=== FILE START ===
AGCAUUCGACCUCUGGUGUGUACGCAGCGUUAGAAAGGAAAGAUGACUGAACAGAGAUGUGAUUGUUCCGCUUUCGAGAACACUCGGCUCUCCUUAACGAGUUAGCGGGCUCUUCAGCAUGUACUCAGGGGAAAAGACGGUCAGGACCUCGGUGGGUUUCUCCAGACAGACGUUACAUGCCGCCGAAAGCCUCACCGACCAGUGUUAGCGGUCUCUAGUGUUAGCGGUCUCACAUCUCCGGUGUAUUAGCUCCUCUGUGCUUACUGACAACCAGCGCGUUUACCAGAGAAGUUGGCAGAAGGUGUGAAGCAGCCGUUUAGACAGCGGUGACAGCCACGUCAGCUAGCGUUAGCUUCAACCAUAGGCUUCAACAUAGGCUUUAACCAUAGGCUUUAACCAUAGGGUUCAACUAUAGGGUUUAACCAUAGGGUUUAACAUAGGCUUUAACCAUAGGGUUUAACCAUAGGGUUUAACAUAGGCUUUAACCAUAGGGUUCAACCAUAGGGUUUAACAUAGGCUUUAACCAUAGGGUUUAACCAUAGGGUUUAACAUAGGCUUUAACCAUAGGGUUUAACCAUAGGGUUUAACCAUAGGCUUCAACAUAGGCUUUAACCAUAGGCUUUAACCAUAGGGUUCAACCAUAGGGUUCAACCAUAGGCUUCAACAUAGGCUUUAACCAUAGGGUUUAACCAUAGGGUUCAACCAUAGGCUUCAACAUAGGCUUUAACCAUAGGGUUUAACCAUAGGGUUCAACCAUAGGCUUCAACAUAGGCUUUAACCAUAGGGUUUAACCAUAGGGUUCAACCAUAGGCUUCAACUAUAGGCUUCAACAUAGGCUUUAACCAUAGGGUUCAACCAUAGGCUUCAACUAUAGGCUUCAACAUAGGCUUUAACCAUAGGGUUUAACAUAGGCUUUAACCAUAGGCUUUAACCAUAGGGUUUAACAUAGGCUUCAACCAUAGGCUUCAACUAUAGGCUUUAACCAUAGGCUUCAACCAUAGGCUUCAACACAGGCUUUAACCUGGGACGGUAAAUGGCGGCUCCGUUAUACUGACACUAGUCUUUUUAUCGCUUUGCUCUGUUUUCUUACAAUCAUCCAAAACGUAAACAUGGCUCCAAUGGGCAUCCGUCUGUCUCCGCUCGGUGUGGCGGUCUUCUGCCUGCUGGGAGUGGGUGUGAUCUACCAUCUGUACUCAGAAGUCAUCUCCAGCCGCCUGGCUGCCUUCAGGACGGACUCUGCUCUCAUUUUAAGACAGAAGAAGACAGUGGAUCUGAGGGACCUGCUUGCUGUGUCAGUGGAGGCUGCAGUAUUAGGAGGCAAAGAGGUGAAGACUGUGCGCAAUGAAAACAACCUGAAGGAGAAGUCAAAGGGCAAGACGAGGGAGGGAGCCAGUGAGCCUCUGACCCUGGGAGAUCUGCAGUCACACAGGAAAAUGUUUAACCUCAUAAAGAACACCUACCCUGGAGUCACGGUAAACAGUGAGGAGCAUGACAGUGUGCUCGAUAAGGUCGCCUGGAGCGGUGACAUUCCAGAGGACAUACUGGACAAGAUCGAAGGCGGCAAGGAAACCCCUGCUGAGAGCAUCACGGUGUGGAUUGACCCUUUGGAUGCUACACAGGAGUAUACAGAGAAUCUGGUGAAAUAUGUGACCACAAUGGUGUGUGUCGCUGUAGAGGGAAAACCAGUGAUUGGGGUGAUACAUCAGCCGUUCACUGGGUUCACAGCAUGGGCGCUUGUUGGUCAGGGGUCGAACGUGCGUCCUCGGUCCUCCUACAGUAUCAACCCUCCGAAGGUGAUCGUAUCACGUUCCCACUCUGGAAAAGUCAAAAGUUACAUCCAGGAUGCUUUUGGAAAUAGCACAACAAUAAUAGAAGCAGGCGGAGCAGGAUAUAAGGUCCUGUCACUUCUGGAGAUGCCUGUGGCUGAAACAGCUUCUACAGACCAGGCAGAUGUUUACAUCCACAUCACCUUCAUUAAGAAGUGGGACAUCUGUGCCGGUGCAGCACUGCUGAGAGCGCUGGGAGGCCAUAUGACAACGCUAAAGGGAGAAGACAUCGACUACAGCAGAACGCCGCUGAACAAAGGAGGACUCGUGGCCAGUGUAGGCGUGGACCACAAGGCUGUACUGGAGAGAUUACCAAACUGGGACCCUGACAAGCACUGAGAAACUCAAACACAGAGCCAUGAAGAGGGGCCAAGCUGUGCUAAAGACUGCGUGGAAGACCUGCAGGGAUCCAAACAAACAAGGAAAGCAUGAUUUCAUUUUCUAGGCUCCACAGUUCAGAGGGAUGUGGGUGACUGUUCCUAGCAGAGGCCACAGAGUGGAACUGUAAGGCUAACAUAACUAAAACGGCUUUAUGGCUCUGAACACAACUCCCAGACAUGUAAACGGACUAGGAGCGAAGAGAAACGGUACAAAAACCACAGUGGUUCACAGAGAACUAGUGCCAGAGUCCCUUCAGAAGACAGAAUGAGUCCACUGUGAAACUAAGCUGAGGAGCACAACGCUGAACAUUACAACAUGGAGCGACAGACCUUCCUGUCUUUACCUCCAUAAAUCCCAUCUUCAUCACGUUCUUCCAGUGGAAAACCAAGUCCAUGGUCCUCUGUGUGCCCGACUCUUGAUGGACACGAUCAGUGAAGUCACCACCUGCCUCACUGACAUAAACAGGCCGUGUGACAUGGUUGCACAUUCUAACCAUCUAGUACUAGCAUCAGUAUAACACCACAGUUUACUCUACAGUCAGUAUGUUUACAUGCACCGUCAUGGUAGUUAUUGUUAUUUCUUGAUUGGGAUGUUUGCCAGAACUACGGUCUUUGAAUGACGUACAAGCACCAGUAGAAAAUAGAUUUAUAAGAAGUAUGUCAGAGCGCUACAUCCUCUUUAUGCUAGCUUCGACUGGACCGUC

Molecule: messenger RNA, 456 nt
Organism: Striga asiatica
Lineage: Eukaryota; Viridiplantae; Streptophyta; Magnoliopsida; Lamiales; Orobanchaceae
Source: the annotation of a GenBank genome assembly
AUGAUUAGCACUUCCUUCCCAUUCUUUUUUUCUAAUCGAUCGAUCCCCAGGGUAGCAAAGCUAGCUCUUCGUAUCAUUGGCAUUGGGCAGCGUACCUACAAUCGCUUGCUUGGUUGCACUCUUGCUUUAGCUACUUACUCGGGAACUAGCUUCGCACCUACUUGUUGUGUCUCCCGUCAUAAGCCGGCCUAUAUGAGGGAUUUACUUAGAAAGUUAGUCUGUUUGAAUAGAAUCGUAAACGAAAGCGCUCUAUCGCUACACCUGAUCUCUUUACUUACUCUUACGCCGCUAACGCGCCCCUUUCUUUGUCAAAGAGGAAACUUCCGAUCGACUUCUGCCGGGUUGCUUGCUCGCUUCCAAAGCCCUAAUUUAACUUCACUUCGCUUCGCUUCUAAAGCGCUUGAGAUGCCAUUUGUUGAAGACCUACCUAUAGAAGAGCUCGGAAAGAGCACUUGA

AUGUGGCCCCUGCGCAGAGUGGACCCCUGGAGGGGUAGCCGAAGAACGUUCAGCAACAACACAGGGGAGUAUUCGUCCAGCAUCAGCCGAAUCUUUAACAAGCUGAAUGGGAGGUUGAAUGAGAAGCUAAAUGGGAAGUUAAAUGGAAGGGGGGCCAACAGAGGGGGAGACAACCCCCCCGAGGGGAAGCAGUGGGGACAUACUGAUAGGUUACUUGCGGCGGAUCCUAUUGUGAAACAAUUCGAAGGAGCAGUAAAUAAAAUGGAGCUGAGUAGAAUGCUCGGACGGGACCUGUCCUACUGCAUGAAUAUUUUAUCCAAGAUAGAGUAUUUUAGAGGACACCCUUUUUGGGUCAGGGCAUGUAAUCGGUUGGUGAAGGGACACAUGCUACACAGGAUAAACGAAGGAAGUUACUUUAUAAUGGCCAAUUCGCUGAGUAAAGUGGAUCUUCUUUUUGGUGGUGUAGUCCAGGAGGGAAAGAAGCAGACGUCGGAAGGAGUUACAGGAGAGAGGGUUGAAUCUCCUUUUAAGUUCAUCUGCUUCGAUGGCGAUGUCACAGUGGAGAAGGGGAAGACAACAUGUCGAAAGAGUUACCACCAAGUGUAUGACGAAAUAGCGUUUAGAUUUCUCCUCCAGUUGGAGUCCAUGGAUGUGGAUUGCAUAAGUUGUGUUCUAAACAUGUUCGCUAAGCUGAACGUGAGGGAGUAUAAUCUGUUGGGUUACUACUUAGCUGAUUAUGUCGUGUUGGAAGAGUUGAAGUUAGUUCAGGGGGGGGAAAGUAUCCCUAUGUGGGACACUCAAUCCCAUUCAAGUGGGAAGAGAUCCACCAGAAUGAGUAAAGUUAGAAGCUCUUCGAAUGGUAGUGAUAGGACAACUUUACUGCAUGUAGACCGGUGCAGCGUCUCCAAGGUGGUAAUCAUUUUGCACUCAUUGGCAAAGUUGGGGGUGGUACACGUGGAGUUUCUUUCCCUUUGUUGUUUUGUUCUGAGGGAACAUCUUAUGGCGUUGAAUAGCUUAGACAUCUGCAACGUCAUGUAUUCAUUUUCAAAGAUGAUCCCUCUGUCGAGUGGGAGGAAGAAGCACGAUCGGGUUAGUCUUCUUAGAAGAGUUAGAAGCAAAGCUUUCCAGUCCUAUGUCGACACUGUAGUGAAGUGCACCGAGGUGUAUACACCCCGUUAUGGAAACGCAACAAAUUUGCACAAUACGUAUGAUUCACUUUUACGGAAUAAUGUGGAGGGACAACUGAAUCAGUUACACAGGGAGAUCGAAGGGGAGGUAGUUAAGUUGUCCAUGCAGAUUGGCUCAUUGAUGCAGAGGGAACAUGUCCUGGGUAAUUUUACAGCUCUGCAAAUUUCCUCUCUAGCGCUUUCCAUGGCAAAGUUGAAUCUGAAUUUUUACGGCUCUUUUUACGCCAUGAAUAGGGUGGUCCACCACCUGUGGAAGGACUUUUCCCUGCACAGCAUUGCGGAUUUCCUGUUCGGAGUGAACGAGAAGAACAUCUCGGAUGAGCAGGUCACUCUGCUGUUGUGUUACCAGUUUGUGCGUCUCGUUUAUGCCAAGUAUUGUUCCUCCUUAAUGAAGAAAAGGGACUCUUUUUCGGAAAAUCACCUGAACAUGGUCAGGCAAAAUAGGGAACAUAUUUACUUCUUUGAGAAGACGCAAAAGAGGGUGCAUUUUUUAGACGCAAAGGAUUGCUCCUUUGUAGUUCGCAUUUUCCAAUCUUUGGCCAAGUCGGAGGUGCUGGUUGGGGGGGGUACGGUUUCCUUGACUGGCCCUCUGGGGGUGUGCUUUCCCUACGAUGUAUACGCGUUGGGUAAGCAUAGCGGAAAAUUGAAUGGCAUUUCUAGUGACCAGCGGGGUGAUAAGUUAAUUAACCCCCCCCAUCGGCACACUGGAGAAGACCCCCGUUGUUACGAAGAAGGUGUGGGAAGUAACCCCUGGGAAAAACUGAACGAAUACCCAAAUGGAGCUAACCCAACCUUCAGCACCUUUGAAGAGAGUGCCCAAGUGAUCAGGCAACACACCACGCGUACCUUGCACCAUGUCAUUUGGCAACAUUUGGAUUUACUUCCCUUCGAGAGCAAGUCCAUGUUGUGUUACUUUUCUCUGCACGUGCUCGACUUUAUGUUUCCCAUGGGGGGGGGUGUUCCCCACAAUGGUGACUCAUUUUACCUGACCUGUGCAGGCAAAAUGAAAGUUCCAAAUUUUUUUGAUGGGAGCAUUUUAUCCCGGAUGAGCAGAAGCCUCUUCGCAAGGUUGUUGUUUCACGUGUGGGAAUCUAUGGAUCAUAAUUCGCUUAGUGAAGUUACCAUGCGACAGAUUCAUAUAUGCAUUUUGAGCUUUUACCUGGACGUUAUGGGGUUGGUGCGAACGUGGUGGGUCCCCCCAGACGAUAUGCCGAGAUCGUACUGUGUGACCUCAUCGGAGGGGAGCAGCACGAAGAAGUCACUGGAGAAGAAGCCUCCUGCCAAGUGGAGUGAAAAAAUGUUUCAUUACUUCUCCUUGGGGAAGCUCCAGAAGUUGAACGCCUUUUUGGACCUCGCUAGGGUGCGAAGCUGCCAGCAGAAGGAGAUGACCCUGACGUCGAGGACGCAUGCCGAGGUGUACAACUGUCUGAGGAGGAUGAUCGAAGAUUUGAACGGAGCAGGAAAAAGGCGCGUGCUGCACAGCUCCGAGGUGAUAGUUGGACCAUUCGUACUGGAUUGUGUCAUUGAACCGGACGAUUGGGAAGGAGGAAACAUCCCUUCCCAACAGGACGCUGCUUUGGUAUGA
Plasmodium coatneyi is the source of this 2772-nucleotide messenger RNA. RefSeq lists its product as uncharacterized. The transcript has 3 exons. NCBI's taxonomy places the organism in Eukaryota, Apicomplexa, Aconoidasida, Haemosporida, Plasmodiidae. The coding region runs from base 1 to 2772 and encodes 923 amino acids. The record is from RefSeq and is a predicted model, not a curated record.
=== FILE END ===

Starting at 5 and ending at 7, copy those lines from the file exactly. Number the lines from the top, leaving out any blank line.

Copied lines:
Source: the annotation of a GenBank genome assembly
AUGAUUAGCACUUCCUUCCCAUUCUUUUUUUCUAAUCGAUCGAUCCCCAGGGUAGCAAAGCUAGCUCUUCGUAUCAUUGGCAUUGGGCAGCGUACCUACAAUCGCUUGCUUGGUUGCACUCUUGCUUUAGCUACUUACUCGGGAACUAGCUUCGCACCUACUUGUUGUGUCUCCCGUCAUAAGCCGGCCUAUAUGAGGGAUUUACUUAGAAAGUUAGUCUGUUUGAAUAGAAUCGUAAACGAAAGCGCUCUAUCGCUACACCUGAUCUCUUUACUUACUCUUACGCCGCUAACGCGCCCCUUUCUUUGUCAAAGAGGAAACUUCCGAUCGACUUCUGCCGGGUUGCUUGCUCGCUUCCAAAGCCCUAAUUUAACUUCACUUCGCUUCGCUUCUAAAGCGCUUGAGAUGCCAUUUGUUGAAGACCUACCUAUAGAAGAGCUCGGAAAGAGCACUUGA

AUGUGGCCCCUGCGCAGAGUGGACCCCUGGAGGGGUAGCCGAAGAACGUUCAGCAACAACACAGGGGAGUAUUCGUCCAGCAUCAGCCGAAUCUUUAACAAGCUGAAUGGGAGGUUGAAUGAGAAGCUAAAUGGGAAGUUAAAUGGAAGGGGGGCCAACAGAGGGGGAGACAACCCCCCCGAGGGGAAGCAGUGGGGACAUACUGAUAGGUUACUUGCGGCGGAUCCUAUUGUGAAACAAUUCGAAGGAGCAGUAAAUAAAAUGGAGCUGAGUAGAAUGCUCGGACGGGACCUGUCCUACUGCAUGAAUAUUUUAUCCAAGAUAGAGUAUUUUAGAGGACACCCUUUUUGGGUCAGGGCAUGUAAUCGGUUGGUGAAGGGACACAUGCUACACAGGAUAAACGAAGGAAGUUACUUUAUAAUGGCCAAUUCGCUGAGUAAAGUGGAUCUUCUUUUUGGUGGUGUAGUCCAGGAGGGAAAGAAGCAGACGUCGGAAGGAGUUACAGGAGAGAGGGUUGAAUCUCCUUUUAAGUUCAUCUGCUUCGAUGGCGAUGUCACAGUGGAGAAGGGGAAGACAACAUGUCGAAAGAGUUACCACCAAGUGUAUGACGAAAUAGCGUUUAGAUUUCUCCUCCAGUUGGAGUCCAUGGAUGUGGAUUGCAUAAGUUGUGUUCUAAACAUGUUCGCUAAGCUGAACGUGAGGGAGUAUAAUCUGUUGGGUUACUACUUAGCUGAUUAUGUCGUGUUGGAAGAGUUGAAGUUAGUUCAGGGGGGGGAAAGUAUCCCUAUGUGGGACACUCAAUCCCAUUCAAGUGGGAAGAGAUCCACCAGAAUGAGUAAAGUUAGAAGCUCUUCGAAUGGUAGUGAUAGGACAACUUUACUGCAUGUAGACCGGUGCAGCGUCUCCAAGGUGGUAAUCAUUUUGCACUCAUUGGCAAAGUUGGGGGUGGUACACGUGGAGUUUCUUUCCCUUUGUUGUUUUGUUCUGAGGGAACAUCUUAUGGCGUUGAAUAGCUUAGACAUCUGCAACGUCAUGUAUUCAUUUUCAAAGAUGAUCCCUCUGUCGAGUGGGAGGAAGAAGCACGAUCGGGUUAGUCUUCUUAGAAGAGUUAGAAGCAAAGCUUUCCAGUCCUAUGUCGACACUGUAGUGAAGUGCACCGAGGUGUAUACACCCCGUUAUGGAAACGCAACAAAUUUGCACAAUACGUAUGAUUCACUUUUACGGAAUAAUGUGGAGGGACAACUGAAUCAGUUACACAGGGAGAUCGAAGGGGAGGUAGUUAAGUUGUCCAUGCAGAUUGGCUCAUUGAUGCAGAGGGAACAUGUCCUGGGUAAUUUUACAGCUCUGCAAAUUUCCUCUCUAGCGCUUUCCAUGGCAAAGUUGAAUCUGAAUUUUUACGGCUCUUUUUACGCCAUGAAUAGGGUGGUCCACCACCUGUGGAAGGACUUUUCCCUGCACAGCAUUGCGGAUUUCCUGUUCGGAGUGAACGAGAAGAACAUCUCGGAUGAGCAGGUCACUCUGCUGUUGUGUUACCAGUUUGUGCGUCUCGUUUAUGCCAAGUAUUGUUCCUCCUUAAUGAAGAAAAGGGACUCUUUUUCGGAAAAUCACCUGAACAUGGUCAGGCAAAAUAGGGAACAUAUUUACUUCUUUGAGAAGACGCAAAAGAGGGUGCAUUUUUUAGACGCAAAGGAUUGCUCCUUUGUAGUUCGCAUUUUCCAAUCUUUGGCCAAGUCGGAGGUGCUGGUUGGGGGGGGUACGGUUUCCUUGACUGGCCCUCUGGGGGUGUGCUUUCCCUACGAUGUAUACGCGUUGGGUAAGCAUAGCGGAAAAUUGAAUGGCAUUUCUAGUGACCAGCGGGGUGAUAAGUUAAUUAACCCCCCCCAUCGGCACACUGGAGAAGACCCCCGUUGUUACGAAGAAGGUGUGGGAAGUAACCCCUGGGAAAAACUGAACGAAUACCCAAAUGGAGCUAACCCAACCUUCAGCACCUUUGAAGAGAGUGCCCAAGUGAUCAGGCAACACACCACGCGUACCUUGCACCAUGUCAUUUGGCAACAUUUGGAUUUACUUCCCUUCGAGAGCAAGUCCAUGUUGUGUUACUUUUCUCUGCACGUGCUCGACUUUAUGUUUCCCAUGGGGGGGGGUGUUCCCCACAAUGGUGACUCAUUUUACCUGACCUGUGCAGGCAAAAUGAAAGUUCCAAAUUUUUUUGAUGGGAGCAUUUUAUCCCGGAUGAGCAGAAGCCUCUUCGCAAGGUUGUUGUUUCACGUGUGGGAAUCUAUGGAUCAUAAUUCGCUUAGUGAAGUUACCAUGCGACAGAUUCAUAUAUGCAUUUUGAGCUUUUACCUGGACGUUAUGGGGUUGGUGCGAACGUGGUGGGUCCCCCCAGACGAUAUGCCGAGAUCGUACUGUGUGACCUCAUCGGAGGGGAGCAGCACGAAGAAGUCACUGGAGAAGAAGCCUCCUGCCAAGUGGAGUGAAAAAAUGUUUCAUUACUUCUCCUUGGGGAAGCUCCAGAAGUUGAACGCCUUUUUGGACCUCGCUAGGGUGCGAAGCUGCCAGCAGAAGGAGAUGACCCUGACGUCGAGGACGCAUGCCGAGGUGUACAACUGUCUGAGGAGGAUGAUCGAAGAUUUGAACGGAGCAGGAAAAAGGCGCGUGCUGCACAGCUCCGAGGUGAUAGUUGGACCAUUCGUACUGGAUUGUGUCAUUGAACCGGACGAUUGGGAAGGAGGAAACAUCCCUUCCCAACAGGACGCUGCUUUGGUAUGA